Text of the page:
23 August 2016 – 8 January 2017, Gallery 7
The Whitechapel Gallery has presented 64 artists and 100 works of Arab art in an ambitious series of four displays which launched in September 2015 and ends in January 2017.
The displays tell the story of Arab art from the modern to the contemporary period, spanning nearly a century. Drawn from the Barjeel Art Foundation Collection based in the UAE, the Whitechapel Gallery has presented artists from across the Arab world who were either born or who have lived and worked in Algeria, Bahrain, Egypt, Iraq, Palestine, Kuwait, Lebanon, Morocco, Qatar, Saudi Arabia, Sudan, Syria, Tunisia and the United Arab Emirates.
Opening on 23 August, Mapping the Contemporary II explores how a generation of multi-media artists has artistically engaged with the cities where they either live or work. The exhibition closes with Etel Adnan’s (b. 1925, Lebanon) two-metre tapestry Champs de Petrol (2013) that uses brightly coloured abstract forms in the form of a map to suggest a sequence of oilfields.
Further works on display include:
Two ceramic doves by the female Saudi Arabian artist Manal al-Dowayan titled Suspended Together – Standing Dove, Eating Dove (2012). While doves are seen as a symbol of freedom, al Dowayan’s are inscribed with texts from permission documents which all Saudi Arabian women are required to travel with, issued by their appointed male guardian.
Micro Council (2013) by GCC A wood, brass and acrylic sculpture resembling in miniature, the circular round table where the leaders of the six Gulf States meet. The work critiques the self-importance of the six leaders and their recent talks on the formation of a Gulf Union.
Iman Issa (b. 1979, Egypt) imagines a shimmering and fragile glass monument for Tahrir Square in Cairo with Proposal for a Crystal Building (2003).
Jumana Manna (b. 1987, USA) examines public spaces through her sculpture Unlicensed Porch, Jabal al-Mukaber (2014) of a limestone porch taken from territories in East Jerusalem.
Lawrence Abu Hamdan’s (b. 1985, Jordan) The All-Hearing (2014), a single-channel video that examines noise pollution in Cairo.
The Barjeel Art Foundation was founded by Sultan Sooud Al-Qassemi in 2010. It holds one of the most extensive collections of art from the region, dating from the 1900s to the present day. Four displays, which began in September 2015, explore four different themes which examine ways of defining Arab art from its early modernist beginnings and geographies. Shown in a dedicated Collections Gallery as part of the Whitechapel Gallery’s programme opening up rarely seen art collections for everyone, from around the world this final exhibition follows three previous displays Barjeel Art Foundation: Debating Modernism I (8 September – 6 December 2015), Barjeel Art Foundation: Debating Modernism II (15 December -17 April 2016) and Mapping the Contemporary I (26 April – 14 August 2016).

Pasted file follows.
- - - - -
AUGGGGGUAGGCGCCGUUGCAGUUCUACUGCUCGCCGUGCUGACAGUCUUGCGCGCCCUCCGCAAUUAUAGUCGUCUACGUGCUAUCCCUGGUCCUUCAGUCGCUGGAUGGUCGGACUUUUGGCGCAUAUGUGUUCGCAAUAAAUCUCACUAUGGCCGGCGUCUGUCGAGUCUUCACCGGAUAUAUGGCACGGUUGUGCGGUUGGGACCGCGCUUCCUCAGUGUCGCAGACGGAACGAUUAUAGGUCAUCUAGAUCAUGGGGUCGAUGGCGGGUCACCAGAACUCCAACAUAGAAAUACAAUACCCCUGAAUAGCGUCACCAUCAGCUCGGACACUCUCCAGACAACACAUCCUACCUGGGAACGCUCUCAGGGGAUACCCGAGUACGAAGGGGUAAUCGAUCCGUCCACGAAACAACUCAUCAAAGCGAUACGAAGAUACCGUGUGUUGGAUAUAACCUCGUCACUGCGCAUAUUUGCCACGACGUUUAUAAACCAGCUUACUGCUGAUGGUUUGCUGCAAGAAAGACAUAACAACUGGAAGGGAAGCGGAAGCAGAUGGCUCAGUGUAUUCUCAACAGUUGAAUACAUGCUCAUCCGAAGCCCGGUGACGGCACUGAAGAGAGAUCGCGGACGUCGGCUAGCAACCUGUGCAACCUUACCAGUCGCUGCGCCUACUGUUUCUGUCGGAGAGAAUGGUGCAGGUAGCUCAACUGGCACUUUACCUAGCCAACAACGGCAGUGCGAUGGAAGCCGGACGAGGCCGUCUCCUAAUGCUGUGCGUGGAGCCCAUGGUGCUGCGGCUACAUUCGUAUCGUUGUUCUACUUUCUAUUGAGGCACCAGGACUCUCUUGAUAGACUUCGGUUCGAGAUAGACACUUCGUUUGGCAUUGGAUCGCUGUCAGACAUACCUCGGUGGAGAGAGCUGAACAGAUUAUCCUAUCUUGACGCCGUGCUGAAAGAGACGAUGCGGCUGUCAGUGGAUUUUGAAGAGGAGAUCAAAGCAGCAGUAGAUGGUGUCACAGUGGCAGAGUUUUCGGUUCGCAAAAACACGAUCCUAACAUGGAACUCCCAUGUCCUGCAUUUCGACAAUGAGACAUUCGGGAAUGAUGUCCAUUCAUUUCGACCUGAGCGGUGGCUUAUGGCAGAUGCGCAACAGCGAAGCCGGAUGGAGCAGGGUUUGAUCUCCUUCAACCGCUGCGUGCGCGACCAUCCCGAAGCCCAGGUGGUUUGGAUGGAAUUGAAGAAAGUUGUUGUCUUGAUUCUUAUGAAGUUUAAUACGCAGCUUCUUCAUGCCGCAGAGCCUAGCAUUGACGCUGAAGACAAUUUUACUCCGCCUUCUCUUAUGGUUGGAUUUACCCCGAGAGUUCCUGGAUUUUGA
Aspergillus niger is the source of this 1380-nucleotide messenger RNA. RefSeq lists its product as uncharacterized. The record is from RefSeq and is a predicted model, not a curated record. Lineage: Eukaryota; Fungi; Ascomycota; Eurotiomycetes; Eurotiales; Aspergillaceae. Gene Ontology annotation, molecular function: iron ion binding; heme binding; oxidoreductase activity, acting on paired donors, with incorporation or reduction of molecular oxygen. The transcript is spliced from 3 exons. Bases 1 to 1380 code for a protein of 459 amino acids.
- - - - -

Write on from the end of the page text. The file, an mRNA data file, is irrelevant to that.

Notes to Editors
Barjeel Art Foundation is an independent, United Arab Emirates-based initiative established to manage, preserve and exhibit the personal art collection of Sultan Sooud Al Qassemi. The foundation’s guiding principle is to contribute to the intellectual development of the art scene in the Arab region by building a prominent, publicly accessible art collection in the UAE.
For over a century the Whitechapel Gallery has premiered world class artists from modern masters such as Pablo Picasso, Jackson Pollock, Mark Rothko and Frida Kahlo to contemporaries such as Sophie Calle, Lucian Freud, Gilbert & George and Mark Wallinger. With beautiful galleries, exhibitions, artist commissions, collection displays, historic archives, education resources, inspiring art courses, dining room and bookshop, the Gallery is open all year round, so there is always something free to see. It is a touchstone for contemporary art internationally, plays a central role in London’s cultural landscape and is pivotal to the continued growth of the world’s most vibrant contemporary art quarter.
The Whitechapel Gallery exhibitions (8 September 2015 – 8 January 2017) are curated by Omar Kholeif, Curator, Whitechapel Gallery with Candy Stobbs, Assistant Curator, Whitechapel Gallery.
To celebrate the culmination of the four displays from the Barjeel Art Foundation Collection, a symposium taking place on Saturday 22 October, 11.30am-6pm (£15/£12.50 concs) considers topics including how Arab art is defined.
The exhibitions are accompanied by a fully illustrated catalogue co-published with Prestel. Imperfect Chronology: Arab Art from the Modern to the Contemporary (Works from the Barjeel Collection) includes essays by Whitechapel Gallery Curator Omar Kholeif as well as commissioned texts by Kamal Boullata, Iftikhar Dadi, Rasha Salti, Nada Shabout, Gilane Tawadros, and Edward McDonald-Toone with introductions by Iwona Blazwick and Sultan Sooud Al-Qassemi. Edited by Omar Kholeif. Published by Prestel and Whitechapel Gallery.
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